Cymbeline Swan Theatre, Stratford Pericles Bard on the Beach, Vancouver (In holiday from the exertions of the 15 l_lor so years that had taken him from the early Histories to Macbeth, the Bard amused himself by putting together in the so-called 'romances' of Pericles and Cymbeline plays more fantastical than those attempted by his competitors. It's for their intimations of miraculous restitution, of the recovery of what appeared to have been irretrievably lost, of the forgiveness of the seemingly unforgivable, that we keep going back to wrestle with the sheer weirdness of these plays, paving the way as they do for the greater valedictory achievements of The Winter's Tale and The Tempest.
Shakespeare doubtless revelled in springing such a wealth of scenic surprises on his Jacobean audience. In their Cymbeline for the RSC, Dominic Cooke and his excellent designer Rae Smith wisely tune in to this by going for uninhibited theatricality. They give us a world of timeless make-believe in which the tail-coats and toppers worn at King Cymbeline's court are garnished with feathers in homage to Jupiter. The knowing allusion — Shakespeare's own — is to the deity who, in the guise of an eagle, carried off Ganymede (thus also incorporating a sly reference to the play's heroine Imogen who, in pursuit of her absurdly named lover Posthumus, must disguise herself as a boy). If you can follow this you'll follow everything else, responding with due delight to the eventual spectacular descent from the flies of a Jupiter with enormous wings who arrives to forgive Posthumus for failing to
keep faith with Imogen, thus opening up the way to the multiple restorations and reconciliations of the grand finale. (In sceptical mood I sometimes wonder whether Shakespeare didn't farm out the earlier sections of the play to trusted colleagues, reserving for himself the virtuoso's pleasure of showing how the wild disparities could at length be sewn together.)
If you can't go along with this sort of thing, fear not, for Cooke plays every scene for full entertainment value — just sit back and enjoy the ride. His Romans are playboys in luxuriant white suits, insisting that Posthumus, a travel-worn exile from Britain crashing in on their postprandial dessert and cigars, be served immediate spaghetti and vino rosso. Anton Lesser's Iachimo — played very much as Ronald Pickup might have done, and I mean that as a compliment — is not in the least evil or even a sexual predator, just a high-spirited tease. His wager to succeed in ravishing Imogen is little more than a prank provoked by the fussy intensity of Posthumus's belief in the fidelity of the bride he's had to leave behind, A central puzzle in the play is why Shakespeare should have furnished the peerless Imogen — the only character that anyone remembers — with such a quirkily unsatisfactory lover as Posthumus. Daniel Evans has become something of a specialist in such interpretations — as witness the fidgety rectitude of his Angelo in the concurrent Measure for Measure in the main theatre — but despite Evans's plucky progress through the punitive trials imposed on Posthumus, there has to be more to the role than this. Much the same is unfortunately true of Emma Fielding's Imogen. Her frowning intensity and monochrome delivery convey but the barest notion of that charm and richness of character which so enchanted Hazlitt and Tennyson.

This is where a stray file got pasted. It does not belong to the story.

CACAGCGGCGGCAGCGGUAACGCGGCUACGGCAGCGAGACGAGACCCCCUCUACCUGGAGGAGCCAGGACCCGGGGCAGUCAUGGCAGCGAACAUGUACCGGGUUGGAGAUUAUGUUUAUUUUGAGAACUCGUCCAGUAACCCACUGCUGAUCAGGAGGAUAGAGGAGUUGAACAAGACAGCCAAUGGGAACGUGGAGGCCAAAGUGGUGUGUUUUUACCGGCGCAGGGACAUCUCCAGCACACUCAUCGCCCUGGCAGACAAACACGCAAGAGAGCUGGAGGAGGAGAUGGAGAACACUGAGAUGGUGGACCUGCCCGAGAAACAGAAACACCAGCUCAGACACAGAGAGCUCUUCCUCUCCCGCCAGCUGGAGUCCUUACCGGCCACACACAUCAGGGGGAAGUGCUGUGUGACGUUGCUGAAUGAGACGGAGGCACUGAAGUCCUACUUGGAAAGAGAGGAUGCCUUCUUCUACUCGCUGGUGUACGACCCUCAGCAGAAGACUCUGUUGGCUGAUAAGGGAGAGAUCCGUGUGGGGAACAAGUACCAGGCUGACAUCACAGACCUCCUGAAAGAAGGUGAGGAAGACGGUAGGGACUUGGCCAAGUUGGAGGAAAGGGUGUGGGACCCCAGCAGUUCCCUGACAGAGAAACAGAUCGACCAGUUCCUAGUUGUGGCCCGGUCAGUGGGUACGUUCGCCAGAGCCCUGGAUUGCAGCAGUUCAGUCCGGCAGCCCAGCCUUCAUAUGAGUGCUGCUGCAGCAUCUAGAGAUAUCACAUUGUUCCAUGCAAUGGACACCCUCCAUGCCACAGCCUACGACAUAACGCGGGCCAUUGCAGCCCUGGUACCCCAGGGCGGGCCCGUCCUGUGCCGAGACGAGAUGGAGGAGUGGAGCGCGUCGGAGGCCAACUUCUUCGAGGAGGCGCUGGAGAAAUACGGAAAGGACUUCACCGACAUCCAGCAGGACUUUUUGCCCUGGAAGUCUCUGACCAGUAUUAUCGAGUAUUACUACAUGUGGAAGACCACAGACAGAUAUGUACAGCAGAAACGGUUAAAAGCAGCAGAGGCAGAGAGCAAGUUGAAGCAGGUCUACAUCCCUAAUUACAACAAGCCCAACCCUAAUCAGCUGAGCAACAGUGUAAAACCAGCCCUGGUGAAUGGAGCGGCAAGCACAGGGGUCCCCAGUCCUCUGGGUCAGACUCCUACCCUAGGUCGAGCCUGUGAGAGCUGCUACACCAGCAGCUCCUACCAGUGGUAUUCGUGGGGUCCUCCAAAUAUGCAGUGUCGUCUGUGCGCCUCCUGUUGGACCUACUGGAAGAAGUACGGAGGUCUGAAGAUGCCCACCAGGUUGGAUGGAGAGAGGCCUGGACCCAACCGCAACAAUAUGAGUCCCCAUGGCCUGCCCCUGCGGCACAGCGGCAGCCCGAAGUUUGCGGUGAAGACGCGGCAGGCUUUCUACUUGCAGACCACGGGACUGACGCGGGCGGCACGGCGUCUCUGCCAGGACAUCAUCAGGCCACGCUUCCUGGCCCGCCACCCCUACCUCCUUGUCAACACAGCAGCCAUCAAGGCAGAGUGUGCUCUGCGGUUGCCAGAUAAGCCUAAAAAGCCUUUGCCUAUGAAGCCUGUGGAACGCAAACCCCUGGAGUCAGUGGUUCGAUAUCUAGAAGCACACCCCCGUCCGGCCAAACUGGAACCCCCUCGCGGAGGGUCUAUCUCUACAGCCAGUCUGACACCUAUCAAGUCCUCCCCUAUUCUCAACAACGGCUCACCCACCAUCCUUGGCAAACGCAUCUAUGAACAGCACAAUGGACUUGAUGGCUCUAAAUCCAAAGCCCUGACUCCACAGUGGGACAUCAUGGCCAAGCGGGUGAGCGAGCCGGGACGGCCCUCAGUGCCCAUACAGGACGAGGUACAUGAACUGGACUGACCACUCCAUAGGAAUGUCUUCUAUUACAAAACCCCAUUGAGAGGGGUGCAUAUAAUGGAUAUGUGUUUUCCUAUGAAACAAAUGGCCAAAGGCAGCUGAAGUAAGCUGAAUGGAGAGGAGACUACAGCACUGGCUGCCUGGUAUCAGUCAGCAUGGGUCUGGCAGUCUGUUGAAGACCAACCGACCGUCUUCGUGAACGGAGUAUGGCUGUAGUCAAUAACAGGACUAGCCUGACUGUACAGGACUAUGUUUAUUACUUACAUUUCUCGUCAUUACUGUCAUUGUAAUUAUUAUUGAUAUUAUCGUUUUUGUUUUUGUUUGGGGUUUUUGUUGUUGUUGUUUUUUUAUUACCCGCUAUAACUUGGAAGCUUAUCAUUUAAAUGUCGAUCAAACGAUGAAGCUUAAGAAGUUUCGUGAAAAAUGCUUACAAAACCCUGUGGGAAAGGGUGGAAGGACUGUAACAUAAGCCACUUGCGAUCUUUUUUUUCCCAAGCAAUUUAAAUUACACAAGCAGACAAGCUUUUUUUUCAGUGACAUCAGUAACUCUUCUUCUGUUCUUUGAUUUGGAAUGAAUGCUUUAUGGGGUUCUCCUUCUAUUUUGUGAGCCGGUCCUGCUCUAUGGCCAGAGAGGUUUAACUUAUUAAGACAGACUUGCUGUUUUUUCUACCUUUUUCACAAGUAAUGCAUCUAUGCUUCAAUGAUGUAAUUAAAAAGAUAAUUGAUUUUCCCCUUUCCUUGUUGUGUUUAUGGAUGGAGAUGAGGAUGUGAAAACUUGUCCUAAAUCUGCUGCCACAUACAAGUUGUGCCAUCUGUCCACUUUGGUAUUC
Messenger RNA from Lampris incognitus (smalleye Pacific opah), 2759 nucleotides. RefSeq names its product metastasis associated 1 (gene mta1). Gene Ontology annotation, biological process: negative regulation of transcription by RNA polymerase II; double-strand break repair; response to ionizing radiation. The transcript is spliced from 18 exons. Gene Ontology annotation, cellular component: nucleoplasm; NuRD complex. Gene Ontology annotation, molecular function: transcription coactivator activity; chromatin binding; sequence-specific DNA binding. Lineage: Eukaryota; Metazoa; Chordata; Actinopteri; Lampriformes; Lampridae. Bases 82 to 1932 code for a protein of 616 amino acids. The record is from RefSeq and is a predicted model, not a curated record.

Disappointed here, I must make amends by applauding David Horovitch's Cymbeline — an infirm alcoholic sprung from his wheelchair by the prospect of war; the much-needed still centre of Aaron Neil's Pisanio; and Paul Chahidi's inspired clowning as the superbly silly Cloten, redeemed for ever in his parting line, 'Yield, rustic mountaineer.' There's also much pleasure from Christopher Godwin as the caveman Belarius, from Daniel Hawksford as the Tarzan who dispatches Cloten, and from his brother and fellow-mountaineer Simon Trinder. Believe none of this, but go and see this rewarding and often exciting assault on an impossible summit.
Transported to Seattle as a speaker in a symposium to help launch that Wagner Mecca's new Parstfal, I had the good fortune, a day or so later, to find myself beached up, quite literally, on the Pacific shoreline at Vanier Park in Vancouver. There, in the tented village of Bard on the Beach, I happened upon a delightfully accomplished Pericles (given as though performed by Victorian strolling players,
adept in the mask techniques and stylised movement of commedia del/uric). This play, together with Comedy of En-ors and The Merchant, makes up this summer's '13 on the B' festival, the most enterprising venture of its kind in western Canada. Founded in 1990 by Christopher Gaze, graduate of the Bristol Old Vic, and still run by him, the three-month festival is now playing to around 70,000 and thriving without public subsidy. It's doing so well that Gaze has just inaugurated Bard in the Vineyard by directing A Midsummer Night's Dream in a 600-seater amphitheatre in the heart of British Columbia's wineries, some four hours' drive east from Vancouver.
If the RSC should need a temporary home while rebuilding at Stratford, it could do worse than look at Bard on the Beach's two beautifully designed tents. Erected on the meadows by the Avon, they would lack only B on the B's breathtaking ability to open up the rear canvas and play against a backdrop of English Bay with the mountains rising up behind. Imagine what this was able to do for the comings and goings of gondolas in The Merchant. Maybe a little of that could also be managed on the Avon?